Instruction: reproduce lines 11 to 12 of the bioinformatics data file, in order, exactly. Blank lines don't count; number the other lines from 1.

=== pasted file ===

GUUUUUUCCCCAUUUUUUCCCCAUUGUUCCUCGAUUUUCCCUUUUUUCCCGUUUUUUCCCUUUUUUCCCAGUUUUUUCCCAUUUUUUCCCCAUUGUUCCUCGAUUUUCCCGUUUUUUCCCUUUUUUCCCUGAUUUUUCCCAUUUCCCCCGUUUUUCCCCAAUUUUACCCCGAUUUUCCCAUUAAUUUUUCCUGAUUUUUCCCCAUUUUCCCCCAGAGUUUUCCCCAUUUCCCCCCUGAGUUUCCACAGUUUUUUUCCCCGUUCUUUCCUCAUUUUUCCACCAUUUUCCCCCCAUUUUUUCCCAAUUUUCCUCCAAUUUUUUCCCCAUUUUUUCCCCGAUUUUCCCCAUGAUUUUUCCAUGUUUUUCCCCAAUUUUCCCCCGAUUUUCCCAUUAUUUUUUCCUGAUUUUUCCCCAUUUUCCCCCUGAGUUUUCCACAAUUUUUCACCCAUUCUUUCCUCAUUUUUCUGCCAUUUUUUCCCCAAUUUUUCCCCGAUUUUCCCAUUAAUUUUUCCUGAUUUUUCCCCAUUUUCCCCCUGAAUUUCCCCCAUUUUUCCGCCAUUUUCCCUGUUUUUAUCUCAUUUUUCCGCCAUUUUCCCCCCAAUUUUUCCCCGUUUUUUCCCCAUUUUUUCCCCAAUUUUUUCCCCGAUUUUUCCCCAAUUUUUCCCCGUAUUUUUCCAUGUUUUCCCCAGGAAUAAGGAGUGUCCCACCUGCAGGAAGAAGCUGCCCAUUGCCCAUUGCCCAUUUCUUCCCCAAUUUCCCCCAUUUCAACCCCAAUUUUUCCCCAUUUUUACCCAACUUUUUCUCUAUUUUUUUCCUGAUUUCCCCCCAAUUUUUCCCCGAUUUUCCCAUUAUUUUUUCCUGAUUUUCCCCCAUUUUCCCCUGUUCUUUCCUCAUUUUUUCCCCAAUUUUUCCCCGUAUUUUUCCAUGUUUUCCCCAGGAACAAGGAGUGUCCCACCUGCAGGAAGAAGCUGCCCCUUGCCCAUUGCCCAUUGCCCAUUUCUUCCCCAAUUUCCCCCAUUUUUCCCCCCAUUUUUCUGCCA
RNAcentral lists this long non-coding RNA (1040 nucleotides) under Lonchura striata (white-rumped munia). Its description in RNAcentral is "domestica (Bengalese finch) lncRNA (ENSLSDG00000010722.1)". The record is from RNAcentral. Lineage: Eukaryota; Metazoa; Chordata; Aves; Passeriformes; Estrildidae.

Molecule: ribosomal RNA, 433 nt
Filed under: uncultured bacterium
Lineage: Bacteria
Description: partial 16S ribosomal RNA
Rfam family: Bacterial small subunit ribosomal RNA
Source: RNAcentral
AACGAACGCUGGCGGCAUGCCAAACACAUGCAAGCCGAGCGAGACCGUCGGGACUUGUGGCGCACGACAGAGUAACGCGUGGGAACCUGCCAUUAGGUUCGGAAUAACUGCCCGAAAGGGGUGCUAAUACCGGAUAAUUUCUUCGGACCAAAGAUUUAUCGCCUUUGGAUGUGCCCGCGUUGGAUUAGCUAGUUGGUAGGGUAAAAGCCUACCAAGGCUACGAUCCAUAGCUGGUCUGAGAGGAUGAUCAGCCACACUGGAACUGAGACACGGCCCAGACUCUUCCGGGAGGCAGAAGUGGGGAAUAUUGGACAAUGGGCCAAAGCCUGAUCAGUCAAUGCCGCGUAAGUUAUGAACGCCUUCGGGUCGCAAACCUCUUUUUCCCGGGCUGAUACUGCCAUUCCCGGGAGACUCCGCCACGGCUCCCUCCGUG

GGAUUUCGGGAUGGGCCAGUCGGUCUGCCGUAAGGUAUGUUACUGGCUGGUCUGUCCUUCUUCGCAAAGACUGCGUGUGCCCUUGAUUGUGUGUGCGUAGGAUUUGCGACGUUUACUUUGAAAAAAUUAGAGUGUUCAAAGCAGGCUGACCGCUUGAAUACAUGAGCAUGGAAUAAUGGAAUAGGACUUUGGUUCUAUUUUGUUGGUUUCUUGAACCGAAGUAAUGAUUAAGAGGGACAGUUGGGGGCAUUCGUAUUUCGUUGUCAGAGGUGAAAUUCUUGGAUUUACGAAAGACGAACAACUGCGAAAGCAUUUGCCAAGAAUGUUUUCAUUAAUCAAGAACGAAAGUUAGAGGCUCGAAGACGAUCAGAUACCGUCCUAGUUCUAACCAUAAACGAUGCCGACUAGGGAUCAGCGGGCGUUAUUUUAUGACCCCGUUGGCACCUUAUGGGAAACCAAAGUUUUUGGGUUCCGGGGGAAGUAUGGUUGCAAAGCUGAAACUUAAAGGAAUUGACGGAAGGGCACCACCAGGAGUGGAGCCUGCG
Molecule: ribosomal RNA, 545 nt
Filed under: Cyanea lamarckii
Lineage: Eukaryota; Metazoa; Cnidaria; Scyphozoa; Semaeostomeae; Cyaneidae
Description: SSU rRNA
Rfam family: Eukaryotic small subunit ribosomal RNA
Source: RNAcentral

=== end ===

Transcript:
Molecule: ribosomal RNA, 545 nt
Filed under: Cyanea lamarckii